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Genetic and Rare Diseases Information Center (GARD)

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Albright's hereditary osteodystrophy


Other Names for this Disease
  • AHO
  • Albright hereditary osteodystrophy
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Your Question

I was born with Albright's hereditary osteodystrophy. When I have children, is there a chance of them having it?

Our Answer

We have identified the following information that we hope you find helpful. If you still have questions, please contact us.

How is Albright's hereditary osteodystrophy (AHO) inherited?

This condition is inherited in an autosomal dominant pattern, which means one copy of the altered gene in each cell is sufficient to cause the disorder. People normally inherit one copy of each gene from their mother and one copy from their father. For most genes, both copies are active, or 'turned on,' in all cells. For a small subset of genes, however, only one of the two copies is active. For some of these genes, only the copy inherited from a person's father (the paternal copy) is active, while for other genes, only the copy inherited from a person's mother (the maternal copy) is active. These differences in gene activation based on the gene's parent of origin are caused by a phenomenon called genomic imprinting.[1] 

The GNAS gene has a complex genomic imprinting pattern. In some cells of the body the maternal copy of the gene is active, while in others the paternal copy is active.[1] Hormone resistance and, in particular resistance to parathyroid hormone (PTH), depends on whether the mutated gene comes from the father or the mother. Within an extended family, some patients may have isolated features of AHO without hormone resistance (called pseudopseudohypoparathyroidism) and some may show the complete clinical picture.[2] 
Last updated: 10/17/2012

What is the chance that a woman with Albright's hereditary osteodystrophy (AHO) will have a child with the condition?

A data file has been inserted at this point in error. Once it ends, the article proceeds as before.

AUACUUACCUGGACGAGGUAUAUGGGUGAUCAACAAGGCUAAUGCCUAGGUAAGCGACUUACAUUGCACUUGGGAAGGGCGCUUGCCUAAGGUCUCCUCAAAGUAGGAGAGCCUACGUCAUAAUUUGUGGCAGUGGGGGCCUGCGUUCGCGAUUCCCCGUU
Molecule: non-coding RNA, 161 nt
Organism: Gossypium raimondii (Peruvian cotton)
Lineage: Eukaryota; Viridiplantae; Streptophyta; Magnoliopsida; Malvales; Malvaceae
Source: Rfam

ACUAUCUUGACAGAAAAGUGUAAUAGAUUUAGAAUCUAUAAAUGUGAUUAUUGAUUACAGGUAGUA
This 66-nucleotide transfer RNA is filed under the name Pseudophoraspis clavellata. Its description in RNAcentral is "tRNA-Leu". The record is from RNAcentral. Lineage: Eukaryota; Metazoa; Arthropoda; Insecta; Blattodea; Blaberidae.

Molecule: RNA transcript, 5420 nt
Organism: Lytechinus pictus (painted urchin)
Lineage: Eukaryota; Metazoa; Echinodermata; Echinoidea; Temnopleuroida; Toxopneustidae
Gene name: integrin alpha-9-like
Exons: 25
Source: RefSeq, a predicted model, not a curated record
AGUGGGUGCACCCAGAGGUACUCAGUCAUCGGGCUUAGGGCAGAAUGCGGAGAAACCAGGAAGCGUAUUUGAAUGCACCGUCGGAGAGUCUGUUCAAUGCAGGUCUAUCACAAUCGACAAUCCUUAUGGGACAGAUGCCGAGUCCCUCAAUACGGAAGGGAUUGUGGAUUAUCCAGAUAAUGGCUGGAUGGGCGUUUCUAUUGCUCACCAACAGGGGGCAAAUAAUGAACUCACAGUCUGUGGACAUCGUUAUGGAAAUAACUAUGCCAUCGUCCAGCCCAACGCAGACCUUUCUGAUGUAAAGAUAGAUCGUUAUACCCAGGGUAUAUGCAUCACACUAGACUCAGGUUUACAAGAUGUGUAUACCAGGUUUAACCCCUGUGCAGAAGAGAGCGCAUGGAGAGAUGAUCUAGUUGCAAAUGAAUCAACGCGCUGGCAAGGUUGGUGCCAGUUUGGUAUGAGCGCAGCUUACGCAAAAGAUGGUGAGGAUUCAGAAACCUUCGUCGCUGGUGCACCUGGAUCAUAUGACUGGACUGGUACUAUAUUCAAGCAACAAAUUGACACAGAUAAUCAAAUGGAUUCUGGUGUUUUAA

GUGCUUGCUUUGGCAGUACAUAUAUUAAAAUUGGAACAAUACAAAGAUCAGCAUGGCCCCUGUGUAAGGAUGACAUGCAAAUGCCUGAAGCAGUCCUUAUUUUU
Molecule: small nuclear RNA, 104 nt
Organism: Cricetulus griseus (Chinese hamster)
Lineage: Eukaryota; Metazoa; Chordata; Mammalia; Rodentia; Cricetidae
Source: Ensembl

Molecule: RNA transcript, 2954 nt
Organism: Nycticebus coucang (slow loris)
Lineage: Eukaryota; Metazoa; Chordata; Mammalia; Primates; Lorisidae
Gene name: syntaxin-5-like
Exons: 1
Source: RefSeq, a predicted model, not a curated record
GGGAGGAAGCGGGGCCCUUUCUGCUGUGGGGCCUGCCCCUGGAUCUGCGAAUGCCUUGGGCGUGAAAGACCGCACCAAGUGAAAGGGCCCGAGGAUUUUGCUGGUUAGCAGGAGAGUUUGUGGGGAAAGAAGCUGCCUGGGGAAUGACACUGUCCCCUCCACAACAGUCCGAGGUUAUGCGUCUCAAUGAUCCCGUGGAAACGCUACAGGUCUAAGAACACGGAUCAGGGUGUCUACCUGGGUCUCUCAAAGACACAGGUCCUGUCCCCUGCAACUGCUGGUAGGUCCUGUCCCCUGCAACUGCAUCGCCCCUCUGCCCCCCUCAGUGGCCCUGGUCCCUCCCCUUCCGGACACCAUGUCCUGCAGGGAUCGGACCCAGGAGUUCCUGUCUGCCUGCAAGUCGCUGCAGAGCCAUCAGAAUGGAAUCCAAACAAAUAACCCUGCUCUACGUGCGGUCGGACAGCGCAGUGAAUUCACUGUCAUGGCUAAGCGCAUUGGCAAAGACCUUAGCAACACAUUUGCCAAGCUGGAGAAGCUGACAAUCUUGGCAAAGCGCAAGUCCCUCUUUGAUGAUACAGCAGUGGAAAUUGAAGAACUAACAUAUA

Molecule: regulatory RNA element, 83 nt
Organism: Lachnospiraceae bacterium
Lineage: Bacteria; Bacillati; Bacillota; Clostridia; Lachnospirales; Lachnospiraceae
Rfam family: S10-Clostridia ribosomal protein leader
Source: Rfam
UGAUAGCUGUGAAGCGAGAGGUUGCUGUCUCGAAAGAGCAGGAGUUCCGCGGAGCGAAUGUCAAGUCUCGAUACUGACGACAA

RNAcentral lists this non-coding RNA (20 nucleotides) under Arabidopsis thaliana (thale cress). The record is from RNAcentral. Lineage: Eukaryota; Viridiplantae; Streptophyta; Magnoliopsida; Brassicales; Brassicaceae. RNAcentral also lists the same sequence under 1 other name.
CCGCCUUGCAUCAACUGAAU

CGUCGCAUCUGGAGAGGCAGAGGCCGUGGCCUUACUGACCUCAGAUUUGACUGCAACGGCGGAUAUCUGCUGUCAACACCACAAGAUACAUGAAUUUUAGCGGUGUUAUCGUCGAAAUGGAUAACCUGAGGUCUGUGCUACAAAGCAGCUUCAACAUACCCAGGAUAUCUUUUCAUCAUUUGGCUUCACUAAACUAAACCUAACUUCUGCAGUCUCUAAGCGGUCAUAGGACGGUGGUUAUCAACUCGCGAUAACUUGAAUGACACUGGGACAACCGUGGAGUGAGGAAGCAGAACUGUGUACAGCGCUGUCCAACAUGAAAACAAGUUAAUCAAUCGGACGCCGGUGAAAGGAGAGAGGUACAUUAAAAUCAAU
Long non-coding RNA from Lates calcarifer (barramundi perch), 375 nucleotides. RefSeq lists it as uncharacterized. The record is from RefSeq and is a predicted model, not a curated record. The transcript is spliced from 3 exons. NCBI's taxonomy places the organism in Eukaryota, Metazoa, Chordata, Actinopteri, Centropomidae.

When a mutation that causes AHO is inherited from a person's mother, the affected individual will usually have AHO accompanied by a resistance to multiple hormones (a condition called pseudohypoparathyroidism type 1A, or PHP1A).[1] Thus, a woman with AHO has a 50% chance in each pregnancy of having a child with PHP1A and AHO.
Last updated: 10/17/2012

What is the chance that a man with Albright's hereditary osteodystrophy (AHO) will have a child with this condition?

A paternally-inherited mutation can result in AHO without endocrine problems; this form of the condition is also called pseudopseudohypoparathyroidism (PPHP).[1] Thus, a man with AHO has a 50% chance in each pregnancy of having a child with AHO without hormone resistance (pseudopseudohypoparathyroidism).
Last updated: 10/17/2012

How can I find a genetics professional in my area?

Genetics clinics are a source of information for individuals and families regarding genetic conditions, treatment, inheritance, and genetic risks to other family members. More information about genetic consultations is available from Genetics Home Reference. To find a genetics clinic, we recommend that you contact your primary healthcare provider for a referral.

The following online resources can help you find a genetics professional in your community:

Last updated: 11/28/2012

References